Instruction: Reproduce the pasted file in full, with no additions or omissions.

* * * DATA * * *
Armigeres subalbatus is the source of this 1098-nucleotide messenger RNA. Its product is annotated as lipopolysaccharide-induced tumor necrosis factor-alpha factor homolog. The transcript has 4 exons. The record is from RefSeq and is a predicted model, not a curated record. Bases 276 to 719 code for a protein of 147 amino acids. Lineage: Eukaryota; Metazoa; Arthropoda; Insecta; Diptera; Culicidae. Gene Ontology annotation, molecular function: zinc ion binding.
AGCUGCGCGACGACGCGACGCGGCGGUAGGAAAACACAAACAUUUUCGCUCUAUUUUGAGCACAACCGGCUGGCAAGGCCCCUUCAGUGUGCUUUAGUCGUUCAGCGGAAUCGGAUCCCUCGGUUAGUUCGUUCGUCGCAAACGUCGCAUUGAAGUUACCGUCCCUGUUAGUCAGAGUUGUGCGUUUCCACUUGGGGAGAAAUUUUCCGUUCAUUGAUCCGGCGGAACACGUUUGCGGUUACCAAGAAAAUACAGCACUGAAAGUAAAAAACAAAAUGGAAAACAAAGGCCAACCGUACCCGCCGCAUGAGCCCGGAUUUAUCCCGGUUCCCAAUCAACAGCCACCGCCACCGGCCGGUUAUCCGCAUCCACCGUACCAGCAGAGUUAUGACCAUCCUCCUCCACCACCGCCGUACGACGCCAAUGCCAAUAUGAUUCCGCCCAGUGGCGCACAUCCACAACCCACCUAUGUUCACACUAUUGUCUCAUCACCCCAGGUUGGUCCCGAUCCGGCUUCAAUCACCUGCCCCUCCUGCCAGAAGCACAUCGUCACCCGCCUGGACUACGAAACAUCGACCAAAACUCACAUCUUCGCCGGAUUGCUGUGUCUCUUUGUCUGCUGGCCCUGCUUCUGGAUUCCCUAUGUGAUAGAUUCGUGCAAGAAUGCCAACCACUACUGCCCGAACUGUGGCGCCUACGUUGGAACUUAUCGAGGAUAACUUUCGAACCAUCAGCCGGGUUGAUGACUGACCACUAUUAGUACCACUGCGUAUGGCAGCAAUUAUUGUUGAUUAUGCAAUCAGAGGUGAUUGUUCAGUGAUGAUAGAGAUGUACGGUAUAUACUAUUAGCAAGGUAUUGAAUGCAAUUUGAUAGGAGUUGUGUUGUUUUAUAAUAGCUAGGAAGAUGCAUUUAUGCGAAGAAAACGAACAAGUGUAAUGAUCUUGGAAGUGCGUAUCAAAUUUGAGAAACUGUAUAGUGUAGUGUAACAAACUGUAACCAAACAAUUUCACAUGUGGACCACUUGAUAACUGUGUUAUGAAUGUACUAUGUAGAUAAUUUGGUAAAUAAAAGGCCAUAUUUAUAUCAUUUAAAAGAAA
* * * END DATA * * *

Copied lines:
Armigeres subalbatus is the source of this 1098-nucleotide messenger RNA. Its product is annotated as lipopolysaccharide-induced tumor necrosis factor-alpha factor homolog. The transcript has 4 exons. The record is from RefSeq and is a predicted model, not a curated record. Bases 276 to 719 code for a protein of 147 amino acids. Lineage: Eukaryota; Metazoa; Arthropoda; Insecta; Diptera; Culicidae. Gene Ontology annotation, molecular function: zinc ion binding.
AGCUGCGCGACGACGCGACGCGGCGGUAGGAAAACACAAACAUUUUCGCUCUAUUUUGAGCACAACCGGCUGGCAAGGCCCCUUCAGUGUGCUUUAGUCGUUCAGCGGAAUCGGAUCCCUCGGUUAGUUCGUUCGUCGCAAACGUCGCAUUGAAGUUACCGUCCCUGUUAGUCAGAGUUGUGCGUUUCCACUUGGGGAGAAAUUUUCCGUUCAUUGAUCCGGCGGAACACGUUUGCGGUUACCAAGAAAAUACAGCACUGAAAGUAAAAAACAAAAUGGAAAACAAAGGCCAACCGUACCCGCCGCAUGAGCCCGGAUUUAUCCCGGUUCCCAAUCAACAGCCACCGCCACCGGCCGGUUAUCCGCAUCCACCGUACCAGCAGAGUUAUGACCAUCCUCCUCCACCACCGCCGUACGACGCCAAUGCCAAUAUGAUUCCGCCCAGUGGCGCACAUCCACAACCCACCUAUGUUCACACUAUUGUCUCAUCACCCCAGGUUGGUCCCGAUCCGGCUUCAAUCACCUGCCCCUCCUGCCAGAAGCACAUCGUCACCCGCCUGGACUACGAAACAUCGACCAAAACUCACAUCUUCGCCGGAUUGCUGUGUCUCUUUGUCUGCUGGCCCUGCUUCUGGAUUCCCUAUGUGAUAGAUUCGUGCAAGAAUGCCAACCACUACUGCCCGAACUGUGGCGCCUACGUUGGAACUUAUCGAGGAUAACUUUCGAACCAUCAGCCGGGUUGAUGACUGACCACUAUUAGUACCACUGCGUAUGGCAGCAAUUAUUGUUGAUUAUGCAAUCAGAGGUGAUUGUUCAGUGAUGAUAGAGAUGUACGGUAUAUACUAUUAGCAAGGUAUUGAAUGCAAUUUGAUAGGAGUUGUGUUGUUUUAUAAUAGCUAGGAAGAUGCAUUUAUGCGAAGAAAACGAACAAGUGUAAUGAUCUUGGAAGUGCGUAUCAAAUUUGAGAAACUGUAUAGUGUAGUGUAACAAACUGUAACCAAACAAUUUCACAUGUGGACCACUUGAUAACUGUGUUAUGAAUGUACUAUGUAGAUAAUUUGGUAAAUAAAAGGCCAUAUUUAUAUCAUUUAAAAGAAA